The Effect of Digital Effects on Cinema


The evolution of digital cinema, as described by Stephen Prince in Digital Visual Effects in Cinema, emerged as the culmination of decades of evolution in computer graphics technology and advancements in special effects technology. With the developments in Graphics and the realization of the graphic potential of computers and digital software programs, the late 1980s saw some of the first amalgamation of virtual reality and reality onscreen. However, by the late 1990’s, digital effects were becoming the main means through which a production team could achieve effects that otherwise would be considered impossible or difficult with regular materials, and were generally less costly than going out and paying for the materials to craft live special effects. What intrigued me was just how prevalent digital effects in film have become, and that I grew up in an era in which digital effects were becoming more commonplace than ever before. Movie effects, which at first had focused upon making the real more fantastical, have instead become a race to make the fantastical seem more real. Visual effects with tangible puppets in the late 1970’s and throughout the 1980’s with movies such as Jaws (1975) and sci-fi classic Star Wars: A New Hope (1977) blurred the line between what was possible and impossible onscreen even before the advent of computer effects in the 1990’s. By using a combination of scale models and matte paintings, Star Wars and Jaws achieved on a relatively low budget what no other film had been able to achieve visually, and had utilized a minimalistic approach with what they had available to them. However, as time passed, and digital media became more complex and seen as more efficient for portraying things onscreen that would have been more difficult otherwise, Industrial Light and Magic (ILM) would in later episodes of the Star Wars saga began utilizing digital imagery, albeit in a less minimalist fashion, as Stephen Prince goes on to state in the reading that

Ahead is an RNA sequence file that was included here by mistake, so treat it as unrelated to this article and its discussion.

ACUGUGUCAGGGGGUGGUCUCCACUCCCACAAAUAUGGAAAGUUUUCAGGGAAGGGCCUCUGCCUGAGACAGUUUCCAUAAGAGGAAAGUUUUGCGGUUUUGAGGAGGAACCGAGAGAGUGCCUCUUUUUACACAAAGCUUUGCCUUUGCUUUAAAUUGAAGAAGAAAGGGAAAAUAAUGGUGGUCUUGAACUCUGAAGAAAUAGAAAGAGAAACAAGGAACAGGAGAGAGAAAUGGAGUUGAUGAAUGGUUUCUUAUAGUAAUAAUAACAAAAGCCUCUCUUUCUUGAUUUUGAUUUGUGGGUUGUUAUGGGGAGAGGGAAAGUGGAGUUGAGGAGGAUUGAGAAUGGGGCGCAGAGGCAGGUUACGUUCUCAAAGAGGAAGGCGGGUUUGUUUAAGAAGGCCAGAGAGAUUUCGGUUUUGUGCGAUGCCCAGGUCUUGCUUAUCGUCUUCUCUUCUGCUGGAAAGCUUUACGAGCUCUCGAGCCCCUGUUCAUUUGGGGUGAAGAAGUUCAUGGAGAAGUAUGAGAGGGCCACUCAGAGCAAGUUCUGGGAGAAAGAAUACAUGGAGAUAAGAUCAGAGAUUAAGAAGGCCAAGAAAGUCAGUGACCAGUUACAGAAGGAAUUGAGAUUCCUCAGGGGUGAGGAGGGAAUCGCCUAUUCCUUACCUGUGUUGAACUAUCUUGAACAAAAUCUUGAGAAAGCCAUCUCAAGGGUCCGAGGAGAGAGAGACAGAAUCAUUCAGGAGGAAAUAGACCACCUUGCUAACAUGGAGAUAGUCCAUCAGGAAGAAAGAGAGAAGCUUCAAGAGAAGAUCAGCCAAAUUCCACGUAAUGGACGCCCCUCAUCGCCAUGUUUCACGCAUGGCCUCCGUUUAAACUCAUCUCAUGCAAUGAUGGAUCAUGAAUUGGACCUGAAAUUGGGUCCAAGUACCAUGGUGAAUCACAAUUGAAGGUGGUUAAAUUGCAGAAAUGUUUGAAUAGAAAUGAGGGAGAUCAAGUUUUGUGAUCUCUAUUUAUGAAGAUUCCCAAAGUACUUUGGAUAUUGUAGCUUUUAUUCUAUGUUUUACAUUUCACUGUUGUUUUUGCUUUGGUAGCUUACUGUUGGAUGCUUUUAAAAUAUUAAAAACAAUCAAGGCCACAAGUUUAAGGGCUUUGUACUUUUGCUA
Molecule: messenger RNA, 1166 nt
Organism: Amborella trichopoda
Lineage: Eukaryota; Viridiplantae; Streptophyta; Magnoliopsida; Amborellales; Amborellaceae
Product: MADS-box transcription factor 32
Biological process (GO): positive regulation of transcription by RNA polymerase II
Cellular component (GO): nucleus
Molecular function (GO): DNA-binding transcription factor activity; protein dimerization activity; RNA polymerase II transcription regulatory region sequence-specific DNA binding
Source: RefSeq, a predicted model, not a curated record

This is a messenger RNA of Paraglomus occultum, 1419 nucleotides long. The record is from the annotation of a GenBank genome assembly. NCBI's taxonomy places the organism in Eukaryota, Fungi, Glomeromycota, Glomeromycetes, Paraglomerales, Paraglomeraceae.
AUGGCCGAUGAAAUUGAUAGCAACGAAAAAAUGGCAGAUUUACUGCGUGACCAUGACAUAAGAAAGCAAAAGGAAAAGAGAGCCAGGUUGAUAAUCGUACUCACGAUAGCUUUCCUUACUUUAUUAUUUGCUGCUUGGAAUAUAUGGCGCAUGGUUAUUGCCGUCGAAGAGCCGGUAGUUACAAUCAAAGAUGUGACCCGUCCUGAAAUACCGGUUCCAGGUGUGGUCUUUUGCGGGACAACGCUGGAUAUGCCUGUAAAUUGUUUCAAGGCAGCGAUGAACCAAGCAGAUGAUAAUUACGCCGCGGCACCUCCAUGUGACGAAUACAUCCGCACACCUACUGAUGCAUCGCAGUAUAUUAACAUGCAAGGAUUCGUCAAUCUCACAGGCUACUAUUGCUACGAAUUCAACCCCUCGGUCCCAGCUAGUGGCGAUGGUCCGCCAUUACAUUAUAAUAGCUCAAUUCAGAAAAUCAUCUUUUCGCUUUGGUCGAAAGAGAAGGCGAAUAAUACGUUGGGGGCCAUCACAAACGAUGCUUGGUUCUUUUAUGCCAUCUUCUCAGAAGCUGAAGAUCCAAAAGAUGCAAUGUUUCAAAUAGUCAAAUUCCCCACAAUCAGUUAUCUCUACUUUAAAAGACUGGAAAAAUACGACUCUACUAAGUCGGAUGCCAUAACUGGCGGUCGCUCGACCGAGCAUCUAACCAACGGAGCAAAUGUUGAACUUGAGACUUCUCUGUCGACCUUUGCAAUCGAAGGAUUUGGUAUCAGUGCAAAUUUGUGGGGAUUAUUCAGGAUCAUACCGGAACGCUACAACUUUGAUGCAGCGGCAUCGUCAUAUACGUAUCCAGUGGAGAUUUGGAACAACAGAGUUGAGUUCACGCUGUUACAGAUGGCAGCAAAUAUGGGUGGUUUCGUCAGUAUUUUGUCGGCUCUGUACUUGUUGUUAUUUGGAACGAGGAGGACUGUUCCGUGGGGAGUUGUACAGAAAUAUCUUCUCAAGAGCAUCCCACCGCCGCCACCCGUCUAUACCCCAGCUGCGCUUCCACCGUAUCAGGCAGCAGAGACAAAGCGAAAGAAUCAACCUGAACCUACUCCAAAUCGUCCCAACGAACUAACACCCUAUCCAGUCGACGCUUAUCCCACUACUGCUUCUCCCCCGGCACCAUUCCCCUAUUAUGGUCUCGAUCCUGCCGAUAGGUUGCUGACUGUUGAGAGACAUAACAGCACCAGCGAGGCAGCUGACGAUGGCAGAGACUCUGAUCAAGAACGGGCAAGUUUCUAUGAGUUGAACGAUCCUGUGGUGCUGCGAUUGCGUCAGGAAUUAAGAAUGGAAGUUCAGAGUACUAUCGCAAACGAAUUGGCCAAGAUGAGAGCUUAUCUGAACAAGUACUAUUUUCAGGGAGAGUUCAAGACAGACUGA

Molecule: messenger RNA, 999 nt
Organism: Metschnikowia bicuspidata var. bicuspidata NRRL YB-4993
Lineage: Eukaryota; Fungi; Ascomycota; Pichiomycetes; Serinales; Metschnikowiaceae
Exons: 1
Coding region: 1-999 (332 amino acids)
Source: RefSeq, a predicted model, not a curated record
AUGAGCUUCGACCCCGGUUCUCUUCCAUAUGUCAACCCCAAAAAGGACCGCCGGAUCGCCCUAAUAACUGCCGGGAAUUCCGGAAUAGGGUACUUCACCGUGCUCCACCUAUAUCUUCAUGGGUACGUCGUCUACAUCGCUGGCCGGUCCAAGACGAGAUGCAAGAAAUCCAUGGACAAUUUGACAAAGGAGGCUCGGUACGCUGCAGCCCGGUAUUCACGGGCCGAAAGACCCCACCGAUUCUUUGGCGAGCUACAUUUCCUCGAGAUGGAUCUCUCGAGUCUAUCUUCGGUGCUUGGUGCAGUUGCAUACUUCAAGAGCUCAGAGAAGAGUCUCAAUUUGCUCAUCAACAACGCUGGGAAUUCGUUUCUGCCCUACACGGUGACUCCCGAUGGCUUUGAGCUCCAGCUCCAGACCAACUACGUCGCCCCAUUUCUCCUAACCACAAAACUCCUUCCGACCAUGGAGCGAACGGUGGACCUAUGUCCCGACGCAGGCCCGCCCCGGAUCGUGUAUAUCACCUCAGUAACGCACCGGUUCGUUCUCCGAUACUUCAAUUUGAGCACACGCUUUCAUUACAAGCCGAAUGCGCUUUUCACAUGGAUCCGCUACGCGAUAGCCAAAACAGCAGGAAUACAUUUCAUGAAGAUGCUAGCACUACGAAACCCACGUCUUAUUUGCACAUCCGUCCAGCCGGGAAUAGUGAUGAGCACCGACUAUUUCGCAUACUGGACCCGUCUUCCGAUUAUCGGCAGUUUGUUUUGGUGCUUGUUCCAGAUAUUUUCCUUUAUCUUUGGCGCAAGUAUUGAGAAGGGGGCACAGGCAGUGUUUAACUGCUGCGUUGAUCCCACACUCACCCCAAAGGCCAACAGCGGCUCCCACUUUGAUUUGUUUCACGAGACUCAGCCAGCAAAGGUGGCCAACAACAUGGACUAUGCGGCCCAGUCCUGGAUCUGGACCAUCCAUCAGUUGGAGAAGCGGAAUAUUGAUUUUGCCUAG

Although digital effects were not part of George Lucas’s original vision, the effects created by the artists at ILM became widely identified with the filmmaker and his company as its primary product and influence on cinema at large. In light of this popular legacy, interestingly, Lucas was relatively slow to incorporate digital effects into his own films. Star Wars (1977) included a brief 3D computer graphic visualizing the planned attack on the Death Star. (Other computer screens in the fi lm displaying graphics were animated by hand. The innovative computer work on Star Wars lay not in digital effects but in motion-control cinematography. A computer-controlled camera made multiple, exactly repeatable passes, photographing a model numerous times to create the layers of elements needed for an effects shot.) On The Empire Strikes Back (1980), ILM explored a relationship with competitor Triple-I under which the latter was to furnish a 3D computer animation of an X-wing fighter. But ILM demurred, the effects shot was never used, and the film contained no computer graphics. The sequel, Return of the Jedi, used only a small amount of digital animation to simulate graphics displays. By contrast, during this period the major digital effects showcases were in films made by other production companies, some of which ILM worked on as a contractor. (Stephen Prince, Digital Visual Effects, 21)

This quote demonstrates the need for the progressive attitude that filmmakers had begun to develop towards the usage of the digital in place of the “real”. Some more recent concerns in the film community are that the special/digital effect portion of the modern film making progress will take away the realness of film by replacing every environment with digital representations, and that perhaps the need for actors may cease entirely, however, this is unlikely and foolish, as there will always be a need for the human element to ground certain films in the real world, and bridge the gap between reality and fantasy. The opening cinematics/trailers for the online game Star Wars: The Old Republic below demonstrate just how far digital representation of human expression has come since its early inception into the cinematic world. The other video shows just how revolutionary digital representation is to crafting environments. Which looks realer to you?


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